Wednesday, March 25, 2009
Gov. Scrutinizes Meetings Bill
By Dan Boyd
Journal Capitol Bureau
SANTA FE The first opening of the doors to the New Mexico Legislature's long-closed conference committee meetings might have provided a glimpse into the future and some lawmakers say that's a good thing.
But whether Gov. Bill Richardson will sign a bill to routinely require the opening of those conference committees where designated House and Senate members meet to hash out differences in legislation is uncertain. A top Richardson aide said Tuesday the governor wants to carefully scrutinize several perceived "loopholes" in the bill.
Despite resistance from Senate leadership, lawmakers voted overwhelmingly during the recently completed legislative session in favor of House Bill 393, which requires conference committees to be held in the open with reasonable notice of the meetings provided to the public.
Members of the House voted 66-0 in favor of the bill by Rep. Joseph Cervantes, D-Las Cruces, and the Senate later passed the measure by a 33-8 vote. The Senate passed the House bill after a similar measure sponsored by Sen. Dede Feldman, D-Albuquerque, a longtime advocate of opening conference committees, got bogged down.
Richardson previously said he would sign the bill, but his spokesman said Tuesday that's not a sure thing.
"The governor just wants to get everybody's opinion," said Gilbert Gallegos, Richardson's director of communications. "He hasn't changed his mind on the issue."
Gallegos said Feldman met Tuesday with governor's staff members in an effort to dispel concerns.
One potential loophole identified by Gallegos was a provision in the bill that the Legislature could move to close conference committees by adopting a rule change an action, unlike the pending legislation, that wouldn't require the executive branch's approval.
"It just seems like common sense that either you would open them or not," Gallegos said.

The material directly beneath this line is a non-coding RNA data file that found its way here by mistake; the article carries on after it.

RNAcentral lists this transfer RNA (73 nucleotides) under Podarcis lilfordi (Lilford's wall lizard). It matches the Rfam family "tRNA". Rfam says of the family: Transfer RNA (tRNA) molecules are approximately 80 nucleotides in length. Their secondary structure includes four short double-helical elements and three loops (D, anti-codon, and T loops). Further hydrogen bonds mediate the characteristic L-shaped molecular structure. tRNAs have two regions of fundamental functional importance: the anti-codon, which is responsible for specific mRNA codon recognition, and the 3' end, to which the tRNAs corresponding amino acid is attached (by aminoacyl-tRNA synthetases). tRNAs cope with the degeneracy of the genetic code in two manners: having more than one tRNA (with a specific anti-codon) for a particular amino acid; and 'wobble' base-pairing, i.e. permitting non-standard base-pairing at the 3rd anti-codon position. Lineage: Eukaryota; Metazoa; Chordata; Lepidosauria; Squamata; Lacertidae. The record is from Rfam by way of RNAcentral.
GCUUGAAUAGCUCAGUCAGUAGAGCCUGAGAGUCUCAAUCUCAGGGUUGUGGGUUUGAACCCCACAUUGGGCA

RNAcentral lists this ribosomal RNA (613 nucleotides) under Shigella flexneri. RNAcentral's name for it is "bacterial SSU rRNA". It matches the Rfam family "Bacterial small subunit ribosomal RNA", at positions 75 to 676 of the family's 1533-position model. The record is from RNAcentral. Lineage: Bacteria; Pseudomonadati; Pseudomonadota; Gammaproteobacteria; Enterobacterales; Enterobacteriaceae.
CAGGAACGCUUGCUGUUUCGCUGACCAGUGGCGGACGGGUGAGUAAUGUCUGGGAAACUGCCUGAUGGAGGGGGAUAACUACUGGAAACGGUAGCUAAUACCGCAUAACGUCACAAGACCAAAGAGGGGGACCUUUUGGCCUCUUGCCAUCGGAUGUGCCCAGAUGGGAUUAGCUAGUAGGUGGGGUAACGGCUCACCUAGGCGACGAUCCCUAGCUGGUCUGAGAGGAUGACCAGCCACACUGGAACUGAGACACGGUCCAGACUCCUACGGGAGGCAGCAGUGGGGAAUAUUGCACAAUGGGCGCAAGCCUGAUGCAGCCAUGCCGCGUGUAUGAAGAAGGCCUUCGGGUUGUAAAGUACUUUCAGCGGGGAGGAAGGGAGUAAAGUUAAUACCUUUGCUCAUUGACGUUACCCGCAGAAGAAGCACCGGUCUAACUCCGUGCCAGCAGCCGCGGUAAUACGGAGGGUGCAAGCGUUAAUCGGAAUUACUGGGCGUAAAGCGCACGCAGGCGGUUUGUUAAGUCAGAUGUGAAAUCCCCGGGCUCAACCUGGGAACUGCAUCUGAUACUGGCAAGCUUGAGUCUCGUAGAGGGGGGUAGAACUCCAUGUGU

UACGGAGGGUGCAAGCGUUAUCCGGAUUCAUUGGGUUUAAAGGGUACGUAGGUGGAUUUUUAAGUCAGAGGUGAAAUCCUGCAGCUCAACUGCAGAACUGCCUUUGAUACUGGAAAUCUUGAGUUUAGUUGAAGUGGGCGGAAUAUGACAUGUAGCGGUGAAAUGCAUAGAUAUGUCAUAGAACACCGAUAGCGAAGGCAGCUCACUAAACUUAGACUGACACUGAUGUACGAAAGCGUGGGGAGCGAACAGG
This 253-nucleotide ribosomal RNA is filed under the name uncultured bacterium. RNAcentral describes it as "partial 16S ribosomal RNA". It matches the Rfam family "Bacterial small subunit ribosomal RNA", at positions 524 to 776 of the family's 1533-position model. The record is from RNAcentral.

Meanwhile, legislators gave Richardson and the rest of the state a sneak preview of what some open conference committees might produce just hours before the Legislature adjourned last Saturday.
Though the meeting wasn't required to be open, Sen. John Arthur Smith, D-Deming, announced the conference he and others had been assigned to would be open to the press and the public.
The committee meeting was held to discuss Senate Bill 584, which would have expanded the list of projects eligible to receive money from the state's revolving fund. The bill had two House amendments, one of which Smith called suspicious.
The amendment in question would have allowed for public bonds to be issued for a Santa Fe Railyard theater project. It was sponsored by House Speaker Ben Lujan, D-Santa Fe, who had tried and failed to have the idea approved as a separate bill in the House.
The amendment was shot down after representatives of the New Mexico Finance Authority said it seemed out of place. Lujan later confronted Smith, the chairman of the Senate Finance Committee, about his comment on the amendment, calling him a "racist S.O.B." in front of several members of the press. Lujan felt Smith had publicly impugned his integrity during the open-door conference committee session.
Several other legislators assigned to the conference committee later said the developments of the Saturday session might have been a glimpse of things to come if Richardson signs the open conference committee bill.
"I think it worked exactly the way it's supposed to work," said Sen. Gerald Ortiz y Pino, D-Albuquerque, of the conference committee. "If there's going to be policy formulated it should be in front of the community, instead of some deal being cut up behind closed doors."
Sen. Kent Cravens, R-Albuquerque, said the conference committee might have been more of an eye-opener for members of the public than lawmakers, who are used to blunt dealings during the session's final frantic days.
"If you're going to do things that give rise to questions, you need to be able to explain why," said Cravens, who voted against the conference committee bill. "(With open conference committees), it won't be quite as easy to pass one by not that that's what the speaker was trying to do."
Cravens said the tiff between Smith and Lujan didn't shed positive light on the Legislature, however, and said lawmakers might have to ratchet down their emotions in future conference committees should Richardson sign House Bill 393.
"We're just going to have to learn to adjust," Cravens said.
Richardson has until April 10 to decide whether to sign the bill, as well as hundreds of other pieces of legislation passed during the final days of the session.